Published By: Electronic Arts Inc.
Developed By: ORIGIN Systems, Inc.
Platform: PC/Windows9x; 3xCD (all single-track)
Genre: Space Fighter Simulation/Adventure
Theme: Scifi / Futuristic
Related titles: Wing Commander: Privateer; Wing Commander: Privateer - Righteous Fire
Compatible with WindowsXP! On some systems using "Windows'95 compatibility mode" may be necessary. This game is not compatible with digital joysticks.
The Torrent contains:
# Privateer_2_CD1.7z (~510 MB) - game CD 1 image
# Privateer_2_CD2.7z (~529 MB) - game CD 2 image
# Privateer_2_CD3.7z (~435 MB) - game CD 3 image
# Patch_Manuals.7z (~5.5 MB)
|Unofficial patch resolving speed issues on modern computers
|quick reference card
|in-game trade commodities prices/locations table with some calculations of mine that would make the life a little bit easier for those who want to try the trading part of the game
# The cd-images are in .iso format (the original CDs were single-track only) - ready for mounting in Daemon Tools (or similar software) or burning with any popular burning soft
# All .7z files compressed with the latest version of 7zip for minimum filesize
# All files have apprioriate .md5 files attached for double-checking the downloaded files integrity
Short description (scroll down for detailed review)
You are Ser Lev Arris in this - "sequel" - to the original Privateer. Go on a search to regain your identity and memory in this interactive movie/space combat game. Along the way, you can trade commodities, go on missions, attack strange mutants, rescue damsels in distress, meet wierd characters, and visit unusual planets. You can hire wingmen and cargo ships, upgrade your ship or buy new ones, and watch lots of live-action movies.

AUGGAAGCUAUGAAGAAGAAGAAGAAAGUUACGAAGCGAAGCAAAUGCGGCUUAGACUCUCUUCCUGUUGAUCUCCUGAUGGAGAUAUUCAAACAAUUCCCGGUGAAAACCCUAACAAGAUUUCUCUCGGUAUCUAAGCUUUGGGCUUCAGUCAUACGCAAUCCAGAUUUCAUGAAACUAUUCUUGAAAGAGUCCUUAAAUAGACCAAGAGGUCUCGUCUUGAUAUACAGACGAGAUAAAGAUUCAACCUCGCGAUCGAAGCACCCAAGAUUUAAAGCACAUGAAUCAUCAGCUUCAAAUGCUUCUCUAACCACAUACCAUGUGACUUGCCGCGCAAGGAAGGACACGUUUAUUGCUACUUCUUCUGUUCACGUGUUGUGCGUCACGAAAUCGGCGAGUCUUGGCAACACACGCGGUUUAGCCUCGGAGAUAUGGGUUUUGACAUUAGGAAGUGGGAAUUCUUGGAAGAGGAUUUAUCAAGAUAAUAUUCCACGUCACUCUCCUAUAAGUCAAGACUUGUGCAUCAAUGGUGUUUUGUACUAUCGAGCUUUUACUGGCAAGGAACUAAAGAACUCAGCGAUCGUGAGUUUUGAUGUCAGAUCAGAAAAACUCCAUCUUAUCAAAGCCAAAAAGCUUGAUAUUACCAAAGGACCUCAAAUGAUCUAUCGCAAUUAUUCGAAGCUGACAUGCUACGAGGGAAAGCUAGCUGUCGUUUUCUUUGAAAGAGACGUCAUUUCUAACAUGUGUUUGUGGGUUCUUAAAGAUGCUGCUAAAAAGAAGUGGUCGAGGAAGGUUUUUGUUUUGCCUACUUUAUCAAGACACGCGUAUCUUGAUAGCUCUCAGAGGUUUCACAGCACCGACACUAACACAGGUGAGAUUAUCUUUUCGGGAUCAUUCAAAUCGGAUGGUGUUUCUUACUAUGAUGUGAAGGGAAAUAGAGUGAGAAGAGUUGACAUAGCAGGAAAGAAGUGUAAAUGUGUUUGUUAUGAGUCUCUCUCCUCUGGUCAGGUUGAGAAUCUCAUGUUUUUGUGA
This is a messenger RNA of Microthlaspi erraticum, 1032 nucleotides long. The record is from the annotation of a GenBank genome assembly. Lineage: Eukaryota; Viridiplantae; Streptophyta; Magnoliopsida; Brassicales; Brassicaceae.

Stars Clive Owen, John Hurt, Jurgen Prochnow (of Das Boot and the Wing Commander movie), David Warner, Amanda Pays, Mathilda May, David McCallum, Brian Blessed, and Christopher Walken as Hassan.
# Moby Games
Detailed review (my own, written some time ago for now dead abandonware site):
Distant future. Distant space. A starship...
A cargo-ship is about to enter a planet's atmosphere, moments later it is attacked by two unidentifiable fighters. Seconds before the ship reaches safety in the planet's cloud layer it's flight controls become damaged. The crew knows that this is the end. The ship approaches the planet's surface vastly covered with city layers, to meet it's final destiny. The crew broadcasts the SOS signal, and asks the surface traffic control to prepare for emergency procedures. Moments later the ship crashes into one of the shiny skyscrapers piercing the city plane down below. Darkness falls.